How to Start Incorporating Yoga into Your Running Routine
There are many ways you can start incorporating yoga into your running routine, no matter how difficult it may seem. The first thing you can do is start your morning off with a yoga practice instead of standing in your kitchen sipping on a cup of coffee, even if it is only for a minute. If you start your morning with yoga, you will feel more awake and alert than coffee could ever make you feel. Now you will be ready for that run.
If you work at an office job that requires you to sit all day before you go out for a run, unwinding by doing some yoga in your office will help make sure all those unused muscles during the day get the attention they deserve. If you are doing office yoga, try small stretches to help things like your wrists, hands, heels, and other parts that you normally would not think about.
Finally, you can always try doing some yoga after you finish running. This will help your body cool down and stretch all those muscles you just worked out. It will also help you not pull any of the flexors found in your hips, thighs, and biceps. Now you will not have to worry about waking up sore or with any pulled muscles. You can stay in great shape and be ready for the next day’s run.
Frequently Asked Questions
Can yoga help runners?
Yes, yoga can absolutely help runners. In fact, yoga may even help improve your running. Once you start practicing yoga, you will find that your core strength helps stabilize your body, brings strength to your lower body, and adds abdominal strength. All of that will help improve your running form, which in turn improves your running performance.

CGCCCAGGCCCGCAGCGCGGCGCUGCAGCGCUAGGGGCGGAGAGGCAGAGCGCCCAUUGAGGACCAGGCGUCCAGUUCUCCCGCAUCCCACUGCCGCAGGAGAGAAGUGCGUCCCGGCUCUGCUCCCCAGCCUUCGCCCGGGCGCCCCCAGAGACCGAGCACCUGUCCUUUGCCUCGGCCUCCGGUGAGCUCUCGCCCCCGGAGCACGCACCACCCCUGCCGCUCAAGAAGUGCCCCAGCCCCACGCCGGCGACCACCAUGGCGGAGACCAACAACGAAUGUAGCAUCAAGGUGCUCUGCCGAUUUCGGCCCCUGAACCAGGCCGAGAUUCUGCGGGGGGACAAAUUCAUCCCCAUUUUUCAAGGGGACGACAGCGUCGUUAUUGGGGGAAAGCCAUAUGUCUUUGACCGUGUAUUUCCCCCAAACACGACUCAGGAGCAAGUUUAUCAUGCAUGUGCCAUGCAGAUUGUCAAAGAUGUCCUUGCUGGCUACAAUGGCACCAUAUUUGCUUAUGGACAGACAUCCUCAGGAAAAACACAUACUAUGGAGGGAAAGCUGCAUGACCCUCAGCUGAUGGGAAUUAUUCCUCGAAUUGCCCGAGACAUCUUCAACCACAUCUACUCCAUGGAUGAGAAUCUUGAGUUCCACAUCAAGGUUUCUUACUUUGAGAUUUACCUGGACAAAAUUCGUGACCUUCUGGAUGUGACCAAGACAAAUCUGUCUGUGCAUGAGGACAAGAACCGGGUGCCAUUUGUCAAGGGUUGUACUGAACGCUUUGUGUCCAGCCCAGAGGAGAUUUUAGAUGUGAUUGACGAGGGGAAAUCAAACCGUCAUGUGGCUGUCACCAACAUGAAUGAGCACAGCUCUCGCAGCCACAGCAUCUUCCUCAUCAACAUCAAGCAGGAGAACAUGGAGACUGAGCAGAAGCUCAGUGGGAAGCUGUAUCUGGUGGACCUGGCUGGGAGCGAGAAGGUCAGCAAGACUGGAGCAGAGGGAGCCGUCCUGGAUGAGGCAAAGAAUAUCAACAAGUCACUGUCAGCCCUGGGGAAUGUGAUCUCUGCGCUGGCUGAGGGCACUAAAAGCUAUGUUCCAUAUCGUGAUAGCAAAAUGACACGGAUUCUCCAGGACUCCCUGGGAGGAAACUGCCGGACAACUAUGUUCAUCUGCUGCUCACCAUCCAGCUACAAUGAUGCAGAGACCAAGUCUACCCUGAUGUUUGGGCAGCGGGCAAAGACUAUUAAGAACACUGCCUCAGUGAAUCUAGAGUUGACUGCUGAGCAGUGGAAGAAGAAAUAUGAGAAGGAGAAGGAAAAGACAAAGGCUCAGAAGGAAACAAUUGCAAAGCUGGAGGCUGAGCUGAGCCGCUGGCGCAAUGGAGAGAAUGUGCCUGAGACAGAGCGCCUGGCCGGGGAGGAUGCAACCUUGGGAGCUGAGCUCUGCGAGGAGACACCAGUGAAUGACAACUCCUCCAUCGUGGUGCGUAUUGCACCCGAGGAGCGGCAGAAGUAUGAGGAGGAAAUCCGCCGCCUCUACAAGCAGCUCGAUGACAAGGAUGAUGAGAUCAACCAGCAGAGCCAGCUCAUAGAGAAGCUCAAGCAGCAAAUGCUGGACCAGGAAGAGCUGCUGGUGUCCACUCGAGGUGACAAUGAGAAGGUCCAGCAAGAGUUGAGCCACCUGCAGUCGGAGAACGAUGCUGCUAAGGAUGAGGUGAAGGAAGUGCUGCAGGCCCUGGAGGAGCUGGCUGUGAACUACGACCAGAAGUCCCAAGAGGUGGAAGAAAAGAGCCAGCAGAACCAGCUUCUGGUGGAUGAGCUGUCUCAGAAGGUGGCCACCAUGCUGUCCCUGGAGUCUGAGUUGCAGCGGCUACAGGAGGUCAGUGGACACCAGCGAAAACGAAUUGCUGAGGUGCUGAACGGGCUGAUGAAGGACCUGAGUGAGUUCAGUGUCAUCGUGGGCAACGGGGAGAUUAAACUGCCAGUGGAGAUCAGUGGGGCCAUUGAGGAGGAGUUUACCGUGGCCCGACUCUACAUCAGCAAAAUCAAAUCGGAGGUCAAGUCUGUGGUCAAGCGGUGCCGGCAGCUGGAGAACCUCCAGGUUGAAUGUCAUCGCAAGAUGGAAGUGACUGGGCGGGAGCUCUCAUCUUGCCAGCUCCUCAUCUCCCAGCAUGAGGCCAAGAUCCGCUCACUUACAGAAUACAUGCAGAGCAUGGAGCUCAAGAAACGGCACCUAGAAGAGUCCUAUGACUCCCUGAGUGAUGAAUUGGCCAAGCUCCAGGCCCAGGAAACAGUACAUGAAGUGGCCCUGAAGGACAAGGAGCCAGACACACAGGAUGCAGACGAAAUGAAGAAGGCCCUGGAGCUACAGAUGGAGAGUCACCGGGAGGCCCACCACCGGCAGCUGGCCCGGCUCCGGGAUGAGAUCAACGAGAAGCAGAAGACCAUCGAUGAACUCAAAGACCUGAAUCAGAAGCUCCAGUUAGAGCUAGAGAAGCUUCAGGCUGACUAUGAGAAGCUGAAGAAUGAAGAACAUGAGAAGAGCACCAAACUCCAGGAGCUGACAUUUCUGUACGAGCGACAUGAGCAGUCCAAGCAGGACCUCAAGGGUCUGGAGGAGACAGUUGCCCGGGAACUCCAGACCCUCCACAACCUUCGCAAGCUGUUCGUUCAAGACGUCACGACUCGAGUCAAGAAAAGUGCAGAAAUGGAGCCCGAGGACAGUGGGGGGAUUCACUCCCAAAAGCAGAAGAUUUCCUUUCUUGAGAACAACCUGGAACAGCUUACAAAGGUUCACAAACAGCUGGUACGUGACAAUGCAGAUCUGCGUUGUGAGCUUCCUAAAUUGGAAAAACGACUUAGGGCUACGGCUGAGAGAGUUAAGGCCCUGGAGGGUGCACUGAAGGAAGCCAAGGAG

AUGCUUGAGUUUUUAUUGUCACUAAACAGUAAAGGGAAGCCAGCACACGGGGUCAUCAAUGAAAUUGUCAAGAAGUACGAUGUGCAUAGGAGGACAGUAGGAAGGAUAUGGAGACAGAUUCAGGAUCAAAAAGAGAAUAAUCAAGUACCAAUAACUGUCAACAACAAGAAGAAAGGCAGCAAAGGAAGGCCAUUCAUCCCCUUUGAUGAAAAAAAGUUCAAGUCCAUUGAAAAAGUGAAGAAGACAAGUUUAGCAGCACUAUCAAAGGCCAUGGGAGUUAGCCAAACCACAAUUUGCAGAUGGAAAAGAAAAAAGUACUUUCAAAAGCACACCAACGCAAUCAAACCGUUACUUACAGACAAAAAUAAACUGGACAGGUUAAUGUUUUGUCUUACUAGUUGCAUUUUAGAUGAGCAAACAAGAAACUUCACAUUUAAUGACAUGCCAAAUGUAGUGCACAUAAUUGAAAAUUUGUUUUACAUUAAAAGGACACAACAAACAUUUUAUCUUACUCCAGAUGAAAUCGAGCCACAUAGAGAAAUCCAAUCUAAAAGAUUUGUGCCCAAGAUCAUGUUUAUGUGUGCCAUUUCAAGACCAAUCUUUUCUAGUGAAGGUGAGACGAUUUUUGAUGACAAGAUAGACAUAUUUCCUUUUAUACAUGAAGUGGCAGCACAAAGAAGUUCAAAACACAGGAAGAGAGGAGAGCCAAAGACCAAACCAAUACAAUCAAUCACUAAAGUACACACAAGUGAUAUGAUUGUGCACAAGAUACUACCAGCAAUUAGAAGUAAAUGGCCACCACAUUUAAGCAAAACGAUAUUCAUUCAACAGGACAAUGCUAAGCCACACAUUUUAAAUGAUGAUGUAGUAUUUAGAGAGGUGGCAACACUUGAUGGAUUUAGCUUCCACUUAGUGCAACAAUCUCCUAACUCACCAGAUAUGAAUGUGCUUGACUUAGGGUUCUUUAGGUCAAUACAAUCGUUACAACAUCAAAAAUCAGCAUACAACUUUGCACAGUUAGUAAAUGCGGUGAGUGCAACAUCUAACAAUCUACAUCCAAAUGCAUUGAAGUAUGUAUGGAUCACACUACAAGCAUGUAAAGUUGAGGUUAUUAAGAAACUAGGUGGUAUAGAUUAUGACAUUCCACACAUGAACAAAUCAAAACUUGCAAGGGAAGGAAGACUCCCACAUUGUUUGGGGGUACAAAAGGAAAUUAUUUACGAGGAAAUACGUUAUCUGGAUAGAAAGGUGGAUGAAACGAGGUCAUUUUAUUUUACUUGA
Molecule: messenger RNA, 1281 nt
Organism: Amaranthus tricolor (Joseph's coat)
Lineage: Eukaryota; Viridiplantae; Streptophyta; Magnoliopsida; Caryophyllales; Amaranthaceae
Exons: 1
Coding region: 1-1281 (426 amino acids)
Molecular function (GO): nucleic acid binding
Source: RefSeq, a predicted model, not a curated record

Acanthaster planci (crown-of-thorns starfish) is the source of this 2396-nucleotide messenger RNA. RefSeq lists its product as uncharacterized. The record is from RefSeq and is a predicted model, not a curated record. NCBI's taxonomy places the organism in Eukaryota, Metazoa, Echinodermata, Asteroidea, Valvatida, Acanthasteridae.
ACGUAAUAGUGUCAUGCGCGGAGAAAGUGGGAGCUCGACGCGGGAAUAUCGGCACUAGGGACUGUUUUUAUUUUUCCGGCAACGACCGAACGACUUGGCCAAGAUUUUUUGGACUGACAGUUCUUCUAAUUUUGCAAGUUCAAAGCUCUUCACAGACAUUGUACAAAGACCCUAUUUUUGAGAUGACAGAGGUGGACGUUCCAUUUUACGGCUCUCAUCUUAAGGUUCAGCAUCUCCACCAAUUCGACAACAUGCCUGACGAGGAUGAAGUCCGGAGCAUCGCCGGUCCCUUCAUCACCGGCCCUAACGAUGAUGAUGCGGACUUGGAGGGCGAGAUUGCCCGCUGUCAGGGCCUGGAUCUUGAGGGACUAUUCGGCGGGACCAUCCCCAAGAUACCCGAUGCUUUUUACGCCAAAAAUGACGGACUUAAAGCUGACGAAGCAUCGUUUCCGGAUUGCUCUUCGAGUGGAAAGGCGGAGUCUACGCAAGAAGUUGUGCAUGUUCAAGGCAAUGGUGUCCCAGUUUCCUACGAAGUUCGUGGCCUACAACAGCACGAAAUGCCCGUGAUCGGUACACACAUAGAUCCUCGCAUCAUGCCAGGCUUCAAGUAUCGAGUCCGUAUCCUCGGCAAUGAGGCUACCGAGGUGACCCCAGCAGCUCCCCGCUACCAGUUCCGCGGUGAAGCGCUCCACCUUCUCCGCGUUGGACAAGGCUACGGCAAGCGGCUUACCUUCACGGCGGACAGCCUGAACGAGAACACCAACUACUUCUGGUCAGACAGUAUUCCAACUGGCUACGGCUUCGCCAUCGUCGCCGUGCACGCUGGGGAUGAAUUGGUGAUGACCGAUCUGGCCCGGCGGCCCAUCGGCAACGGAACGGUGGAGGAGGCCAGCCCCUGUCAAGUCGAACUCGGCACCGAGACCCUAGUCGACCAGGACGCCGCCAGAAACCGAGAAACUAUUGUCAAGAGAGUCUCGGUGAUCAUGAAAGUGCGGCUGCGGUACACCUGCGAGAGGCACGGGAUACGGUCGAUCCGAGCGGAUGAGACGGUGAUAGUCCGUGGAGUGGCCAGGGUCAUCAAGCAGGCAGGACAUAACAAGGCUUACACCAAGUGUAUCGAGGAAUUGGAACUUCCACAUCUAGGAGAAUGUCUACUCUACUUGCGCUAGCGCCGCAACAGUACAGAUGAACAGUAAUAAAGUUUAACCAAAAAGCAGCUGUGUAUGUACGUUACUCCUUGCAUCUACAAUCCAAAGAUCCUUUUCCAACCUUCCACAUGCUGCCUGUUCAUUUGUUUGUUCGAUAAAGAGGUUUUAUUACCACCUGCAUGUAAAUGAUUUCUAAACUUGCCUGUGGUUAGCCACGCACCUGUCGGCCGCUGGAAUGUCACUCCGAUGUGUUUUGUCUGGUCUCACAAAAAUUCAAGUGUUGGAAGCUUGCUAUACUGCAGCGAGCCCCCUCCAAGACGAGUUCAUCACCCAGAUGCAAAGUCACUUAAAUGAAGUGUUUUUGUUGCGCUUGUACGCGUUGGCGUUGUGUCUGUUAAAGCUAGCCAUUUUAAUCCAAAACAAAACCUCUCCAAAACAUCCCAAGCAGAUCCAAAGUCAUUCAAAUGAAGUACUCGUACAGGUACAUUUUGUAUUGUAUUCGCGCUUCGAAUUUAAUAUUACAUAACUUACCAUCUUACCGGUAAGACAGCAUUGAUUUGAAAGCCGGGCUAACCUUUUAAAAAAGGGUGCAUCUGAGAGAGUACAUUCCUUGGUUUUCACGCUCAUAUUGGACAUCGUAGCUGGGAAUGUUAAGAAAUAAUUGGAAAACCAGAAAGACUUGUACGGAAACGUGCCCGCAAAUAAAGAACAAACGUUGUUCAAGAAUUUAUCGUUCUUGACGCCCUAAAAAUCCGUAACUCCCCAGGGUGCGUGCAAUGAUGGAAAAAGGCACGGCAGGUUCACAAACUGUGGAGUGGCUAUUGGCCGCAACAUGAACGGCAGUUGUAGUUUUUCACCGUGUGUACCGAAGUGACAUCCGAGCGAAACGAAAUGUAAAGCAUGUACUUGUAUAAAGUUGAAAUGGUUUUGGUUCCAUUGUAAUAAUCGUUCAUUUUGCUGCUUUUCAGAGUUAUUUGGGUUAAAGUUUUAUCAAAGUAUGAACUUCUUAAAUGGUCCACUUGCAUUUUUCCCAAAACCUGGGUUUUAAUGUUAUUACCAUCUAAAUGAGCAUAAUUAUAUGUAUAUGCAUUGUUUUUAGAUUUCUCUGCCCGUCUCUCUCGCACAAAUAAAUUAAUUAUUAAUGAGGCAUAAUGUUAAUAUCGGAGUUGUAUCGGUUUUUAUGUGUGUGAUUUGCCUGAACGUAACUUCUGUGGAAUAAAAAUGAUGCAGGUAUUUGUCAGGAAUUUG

Should running be done before or after yoga?
The short answer to this question is both. But if you have to choose one because you are limited on time, you should probably practice yoga after running. The main reason is that yoga usually calms and relaxes the mind and body, and it can be difficult to do all that and then immediately going out for a run afterward. Running helps warm up the muscles you are about to stretch with yoga. Plus, if you do yoga after a long run, it is a great way to help with the recovery.
How often should a runner do yoga?
A runner should probably practice yoga at least 2 or 3 times a week. If you do not have the time to see a yoga teacher that many times in a week, there are plenty of at-home yoga practices you can do in the comfort of your home. Doing yoga this often will help keep your body, muscles, and mind unwound and loose, so you do not experience any hindrance from all the running you do on a daily basis.
Is it okay to do yoga and run on the same day?
Yes, while it is perfectly okay to do your running and yoga on the same day, if that is the case, it would be best if you complete your run first before the yoga. That way, you are getting the most out of the run and yoga session. If you do not want to do both on the same day, yoga is a great way to keep your fitness and health going on the days you take off from going on your run.